Light travels incredibly fast. In a vacuum, it speeds along at nearly six trillion miles per hour. Ever notice how your feet look distorted when you wade in the water, or how a straw seems to be cut in half where it enters a full glass? When light travels through a medium, it slows down. When a collection of light rays crosses from one material to another (from water into air, for instance), the change in speed warps the image.
This warping effect can appear random, as in the case of rippling water, or it can be well-organized. We often take advantage of light’s transition between air and glass, for example, to bend images in a useful way. A magnifying glass works by taking a small image and spreading it out over a large area. What happens when you use it backwards– put a large cross-section of light in, then focus it down to a tiny point?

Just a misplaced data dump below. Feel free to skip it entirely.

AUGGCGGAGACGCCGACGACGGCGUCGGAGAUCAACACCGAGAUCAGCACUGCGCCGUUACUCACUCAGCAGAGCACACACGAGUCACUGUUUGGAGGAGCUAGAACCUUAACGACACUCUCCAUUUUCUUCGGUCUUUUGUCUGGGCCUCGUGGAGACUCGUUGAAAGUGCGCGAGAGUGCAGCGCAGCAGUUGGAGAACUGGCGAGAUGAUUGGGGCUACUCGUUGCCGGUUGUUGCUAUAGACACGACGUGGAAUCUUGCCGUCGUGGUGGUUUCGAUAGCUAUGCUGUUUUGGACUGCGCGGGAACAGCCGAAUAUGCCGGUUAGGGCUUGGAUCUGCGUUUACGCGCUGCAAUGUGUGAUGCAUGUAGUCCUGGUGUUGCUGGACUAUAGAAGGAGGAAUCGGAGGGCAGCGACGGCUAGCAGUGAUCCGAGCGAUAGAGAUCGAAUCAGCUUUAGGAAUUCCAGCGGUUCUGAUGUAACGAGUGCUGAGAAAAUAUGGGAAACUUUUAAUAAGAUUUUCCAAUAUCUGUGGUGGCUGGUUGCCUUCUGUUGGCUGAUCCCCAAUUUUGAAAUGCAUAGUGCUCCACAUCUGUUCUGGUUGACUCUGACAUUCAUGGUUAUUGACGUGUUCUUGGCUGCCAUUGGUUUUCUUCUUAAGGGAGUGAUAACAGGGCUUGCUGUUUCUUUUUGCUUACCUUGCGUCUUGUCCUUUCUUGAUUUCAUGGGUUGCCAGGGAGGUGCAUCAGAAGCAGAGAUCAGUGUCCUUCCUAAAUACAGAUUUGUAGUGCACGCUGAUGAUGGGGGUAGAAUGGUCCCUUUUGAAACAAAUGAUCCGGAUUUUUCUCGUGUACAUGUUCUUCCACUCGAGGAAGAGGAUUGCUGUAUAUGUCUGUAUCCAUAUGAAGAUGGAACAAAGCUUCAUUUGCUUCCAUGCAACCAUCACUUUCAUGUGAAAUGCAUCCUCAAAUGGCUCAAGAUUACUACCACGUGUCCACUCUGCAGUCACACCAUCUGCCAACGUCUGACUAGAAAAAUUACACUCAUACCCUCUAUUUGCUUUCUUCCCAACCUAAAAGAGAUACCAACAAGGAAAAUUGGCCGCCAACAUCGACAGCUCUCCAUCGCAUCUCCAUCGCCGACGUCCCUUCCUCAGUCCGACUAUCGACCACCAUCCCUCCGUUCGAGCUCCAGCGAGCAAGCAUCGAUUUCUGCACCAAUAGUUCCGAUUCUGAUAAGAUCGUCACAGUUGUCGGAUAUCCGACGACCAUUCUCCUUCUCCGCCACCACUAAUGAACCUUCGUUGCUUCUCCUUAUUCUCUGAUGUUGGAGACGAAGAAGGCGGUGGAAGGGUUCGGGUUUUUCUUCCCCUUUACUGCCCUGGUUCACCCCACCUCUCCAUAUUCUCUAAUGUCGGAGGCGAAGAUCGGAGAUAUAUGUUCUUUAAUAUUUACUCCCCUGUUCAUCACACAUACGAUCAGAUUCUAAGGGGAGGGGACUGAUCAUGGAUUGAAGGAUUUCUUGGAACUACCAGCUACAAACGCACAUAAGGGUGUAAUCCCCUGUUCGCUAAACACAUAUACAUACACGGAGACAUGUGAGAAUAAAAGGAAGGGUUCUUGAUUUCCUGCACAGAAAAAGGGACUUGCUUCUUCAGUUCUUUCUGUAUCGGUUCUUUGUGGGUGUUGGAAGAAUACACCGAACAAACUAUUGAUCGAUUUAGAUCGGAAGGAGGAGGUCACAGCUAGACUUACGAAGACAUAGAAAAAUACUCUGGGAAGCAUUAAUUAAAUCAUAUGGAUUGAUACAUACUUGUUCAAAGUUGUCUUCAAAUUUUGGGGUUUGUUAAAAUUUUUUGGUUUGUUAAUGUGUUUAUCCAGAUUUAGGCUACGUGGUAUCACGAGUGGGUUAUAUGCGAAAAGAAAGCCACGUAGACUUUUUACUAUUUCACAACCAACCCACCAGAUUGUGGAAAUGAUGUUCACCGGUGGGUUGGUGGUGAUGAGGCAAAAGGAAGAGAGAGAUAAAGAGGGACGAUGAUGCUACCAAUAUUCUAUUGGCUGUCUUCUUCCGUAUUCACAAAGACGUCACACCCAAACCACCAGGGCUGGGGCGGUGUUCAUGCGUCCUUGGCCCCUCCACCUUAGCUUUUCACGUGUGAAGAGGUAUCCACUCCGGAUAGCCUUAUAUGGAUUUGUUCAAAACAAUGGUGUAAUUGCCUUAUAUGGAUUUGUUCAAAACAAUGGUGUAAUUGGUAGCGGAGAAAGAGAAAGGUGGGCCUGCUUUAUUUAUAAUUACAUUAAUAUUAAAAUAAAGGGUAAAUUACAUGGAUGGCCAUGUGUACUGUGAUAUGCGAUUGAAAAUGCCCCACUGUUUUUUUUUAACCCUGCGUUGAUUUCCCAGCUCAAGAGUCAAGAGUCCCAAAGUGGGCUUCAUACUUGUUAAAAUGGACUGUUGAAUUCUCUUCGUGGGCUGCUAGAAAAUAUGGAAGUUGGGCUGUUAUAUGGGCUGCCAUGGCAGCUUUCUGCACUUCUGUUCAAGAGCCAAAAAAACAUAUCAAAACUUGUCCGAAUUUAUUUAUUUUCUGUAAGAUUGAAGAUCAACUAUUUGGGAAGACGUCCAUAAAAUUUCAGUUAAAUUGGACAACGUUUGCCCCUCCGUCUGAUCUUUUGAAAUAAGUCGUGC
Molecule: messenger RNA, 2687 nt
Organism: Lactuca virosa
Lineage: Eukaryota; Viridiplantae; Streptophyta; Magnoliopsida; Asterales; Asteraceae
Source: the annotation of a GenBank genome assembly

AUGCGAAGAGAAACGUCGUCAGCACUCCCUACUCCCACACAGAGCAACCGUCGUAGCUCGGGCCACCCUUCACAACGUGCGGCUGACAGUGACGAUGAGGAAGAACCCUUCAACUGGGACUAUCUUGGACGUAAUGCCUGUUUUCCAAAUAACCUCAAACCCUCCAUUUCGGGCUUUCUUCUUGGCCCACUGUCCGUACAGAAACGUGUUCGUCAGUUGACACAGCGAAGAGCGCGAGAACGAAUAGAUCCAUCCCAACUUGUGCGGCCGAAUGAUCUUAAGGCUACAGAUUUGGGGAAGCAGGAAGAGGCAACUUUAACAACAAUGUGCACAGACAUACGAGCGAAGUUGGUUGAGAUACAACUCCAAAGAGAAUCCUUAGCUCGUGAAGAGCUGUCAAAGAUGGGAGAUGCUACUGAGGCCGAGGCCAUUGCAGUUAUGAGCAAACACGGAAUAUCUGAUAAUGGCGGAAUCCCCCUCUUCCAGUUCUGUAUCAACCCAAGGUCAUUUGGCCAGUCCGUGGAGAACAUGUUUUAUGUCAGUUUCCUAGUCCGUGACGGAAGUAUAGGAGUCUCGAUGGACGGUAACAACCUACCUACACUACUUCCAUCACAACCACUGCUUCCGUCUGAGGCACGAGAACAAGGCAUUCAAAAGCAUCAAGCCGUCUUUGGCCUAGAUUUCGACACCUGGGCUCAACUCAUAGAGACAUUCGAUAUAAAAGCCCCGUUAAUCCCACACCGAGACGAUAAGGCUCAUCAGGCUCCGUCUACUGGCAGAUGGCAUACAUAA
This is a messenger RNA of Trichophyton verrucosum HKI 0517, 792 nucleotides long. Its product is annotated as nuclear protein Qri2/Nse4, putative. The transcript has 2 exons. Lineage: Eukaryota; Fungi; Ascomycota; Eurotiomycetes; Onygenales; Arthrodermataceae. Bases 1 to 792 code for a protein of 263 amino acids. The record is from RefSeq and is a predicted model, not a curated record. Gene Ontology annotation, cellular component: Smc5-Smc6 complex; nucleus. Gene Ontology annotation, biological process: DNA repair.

Try this with the sun as a light source on a warm day, and you’ll find that the visible light and heat at the focus point are intense enough to burn wood!
Written By: Caela Barry

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